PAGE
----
How much are 4 input interfaces?


its been done. i really only quoted a standard mic setup for a 5 piece kit with added brass..

musicians friend (or any other website that you can order from locally) will have listings for any gear you need to research.

There's no real wrong way to do this, the smaller your setup, the more you will need to experiment with what will sound good to you. the music i do is mainly metal so for myself its important to have a drum sound where each piece of the kit is EQ'd and mic'd perfectly. but perhaps for other genres of music, you can be happy with a simpler, more natural setup.

But then again, I'm using an electric kit for my own projects too, and have recently started fiddling with midi and Drum VSTi's with great success. (and ease!)

phew.. sorry for big walls of text, but a setup that you want, you'd probably be looking at maybe $500 less than the first quote. so it'd still be pretty high up there, in the end it'll all come down to what you want and if it'll be a set up that can expand easily and you won't outgrow when time comes to expand your setup later on. (for instance needing to upgrade to an 8 XLR interface from a 4 XLR interface after buying more mics)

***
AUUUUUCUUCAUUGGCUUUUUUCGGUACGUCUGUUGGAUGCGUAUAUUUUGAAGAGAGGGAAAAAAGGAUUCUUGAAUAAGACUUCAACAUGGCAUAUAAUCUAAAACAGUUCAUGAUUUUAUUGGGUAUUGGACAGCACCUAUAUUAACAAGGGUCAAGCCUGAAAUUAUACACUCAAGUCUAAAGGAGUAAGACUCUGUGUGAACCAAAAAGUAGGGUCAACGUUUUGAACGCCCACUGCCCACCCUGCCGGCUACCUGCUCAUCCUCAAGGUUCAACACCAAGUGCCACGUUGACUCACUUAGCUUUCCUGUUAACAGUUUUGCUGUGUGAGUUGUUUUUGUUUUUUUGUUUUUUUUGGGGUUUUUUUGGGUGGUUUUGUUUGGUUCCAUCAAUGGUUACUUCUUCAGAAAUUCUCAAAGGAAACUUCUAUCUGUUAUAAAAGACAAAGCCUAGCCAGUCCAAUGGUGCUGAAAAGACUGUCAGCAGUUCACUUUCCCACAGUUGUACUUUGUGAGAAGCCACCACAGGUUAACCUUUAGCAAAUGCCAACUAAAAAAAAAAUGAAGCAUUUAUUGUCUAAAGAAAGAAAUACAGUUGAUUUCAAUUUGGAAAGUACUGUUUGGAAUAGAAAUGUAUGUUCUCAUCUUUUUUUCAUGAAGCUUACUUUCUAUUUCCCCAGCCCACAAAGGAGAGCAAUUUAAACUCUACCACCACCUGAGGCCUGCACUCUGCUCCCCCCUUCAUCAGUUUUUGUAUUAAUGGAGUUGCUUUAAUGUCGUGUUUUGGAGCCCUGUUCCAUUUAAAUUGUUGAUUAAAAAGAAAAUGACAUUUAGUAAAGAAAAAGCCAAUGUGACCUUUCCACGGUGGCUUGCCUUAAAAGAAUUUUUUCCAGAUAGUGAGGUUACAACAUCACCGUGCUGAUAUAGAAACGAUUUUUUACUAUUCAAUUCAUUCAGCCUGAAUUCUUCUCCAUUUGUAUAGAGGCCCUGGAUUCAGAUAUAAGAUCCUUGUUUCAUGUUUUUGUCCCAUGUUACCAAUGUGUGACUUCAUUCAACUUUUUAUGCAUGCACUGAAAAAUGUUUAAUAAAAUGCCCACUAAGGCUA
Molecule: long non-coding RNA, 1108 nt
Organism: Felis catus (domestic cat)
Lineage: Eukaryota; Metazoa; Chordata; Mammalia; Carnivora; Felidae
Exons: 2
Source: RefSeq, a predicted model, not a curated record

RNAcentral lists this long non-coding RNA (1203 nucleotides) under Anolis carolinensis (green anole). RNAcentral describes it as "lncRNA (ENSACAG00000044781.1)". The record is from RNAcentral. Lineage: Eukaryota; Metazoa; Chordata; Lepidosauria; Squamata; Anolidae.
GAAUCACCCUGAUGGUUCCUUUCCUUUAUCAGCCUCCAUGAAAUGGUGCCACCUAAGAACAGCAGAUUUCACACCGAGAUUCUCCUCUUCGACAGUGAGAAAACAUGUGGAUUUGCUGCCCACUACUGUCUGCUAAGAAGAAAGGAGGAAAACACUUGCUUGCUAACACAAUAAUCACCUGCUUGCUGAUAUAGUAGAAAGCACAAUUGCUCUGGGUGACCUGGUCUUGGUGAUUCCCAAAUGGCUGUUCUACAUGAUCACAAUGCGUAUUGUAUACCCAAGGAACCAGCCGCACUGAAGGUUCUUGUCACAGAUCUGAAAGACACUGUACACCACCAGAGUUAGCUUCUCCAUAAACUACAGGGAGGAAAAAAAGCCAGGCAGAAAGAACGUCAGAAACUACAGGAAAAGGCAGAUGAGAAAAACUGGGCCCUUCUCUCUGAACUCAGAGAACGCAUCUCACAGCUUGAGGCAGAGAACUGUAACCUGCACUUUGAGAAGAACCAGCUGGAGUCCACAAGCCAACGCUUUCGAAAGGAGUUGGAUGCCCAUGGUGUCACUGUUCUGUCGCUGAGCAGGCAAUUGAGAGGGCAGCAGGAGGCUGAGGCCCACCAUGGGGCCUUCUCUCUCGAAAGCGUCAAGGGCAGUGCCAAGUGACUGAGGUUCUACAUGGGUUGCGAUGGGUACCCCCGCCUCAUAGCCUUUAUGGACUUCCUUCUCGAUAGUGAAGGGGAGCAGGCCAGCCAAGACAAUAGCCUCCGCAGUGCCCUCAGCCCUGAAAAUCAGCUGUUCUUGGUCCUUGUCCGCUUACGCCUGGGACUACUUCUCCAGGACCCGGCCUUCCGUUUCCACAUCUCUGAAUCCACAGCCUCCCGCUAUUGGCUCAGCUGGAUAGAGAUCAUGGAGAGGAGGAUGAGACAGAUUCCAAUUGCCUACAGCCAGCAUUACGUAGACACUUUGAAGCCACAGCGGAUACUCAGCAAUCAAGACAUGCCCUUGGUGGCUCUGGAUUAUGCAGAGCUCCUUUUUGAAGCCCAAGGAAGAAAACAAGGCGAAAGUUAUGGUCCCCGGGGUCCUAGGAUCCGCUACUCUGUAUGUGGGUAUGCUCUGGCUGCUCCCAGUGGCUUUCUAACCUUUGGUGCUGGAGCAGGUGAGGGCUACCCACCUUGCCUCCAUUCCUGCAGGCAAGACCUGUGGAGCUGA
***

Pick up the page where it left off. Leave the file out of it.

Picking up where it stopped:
Grammar and spelling omitted as an exercise for the reader.
#10
hm! i should add, that those CAD setups while cheap, are also really not that bad either. i used to work at a place that rented them out on a regular basis and people were usually quite happy with the results. its a tough call if they'll last as long as the other suggestions (shure, AKG, etc..) and in the long run.. when you get better at miking your kit, you might feel silly having to upgrade from your CADS to the "standards"

that particular audio interface looks like it should do the trick. but a point of concern is some of the reviews its getting on the site itself (check the reviews tab). also please be sure that your computer meets the minimum specs!
Grammar and spelling omitted as an exercise for the reader.
#12
If your new to recording, 7 mics on a kit is insanity.
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#13
On the alesis interface and on the presonus ones that I have looked at, they have 2 firewire outputs, do both of those need to be plugged into the computer? or is there just 2 outputs for connecting to 2 different things?

I am very new to mic recording. I have been recording guitar, bass, and my edrums only via my Line 6 toneport. Should I just try 4 mics? 1 kick, snare and 2 overheads? What are some good 4 input interfaces?

Edit: also, is it necessary to port the kick drum head? Or can I just place a mic infront of it?
Last edited by bboyjon at Sep 17, 2009,
#14
I'm not sure about interfaces (i'm no good with technology), but I think you should spend your money on good kick snare and overhead mics, tune your kit up to perfection, choose a nice room and spend time on mic placement. Unless your toms are a main feature in the song they are only going to be hit in the odd fill and if they are not coming through too well in the overheads you can always sample each one a few times at different levels using your snare mic (sm57) and add them in manually later.

Adam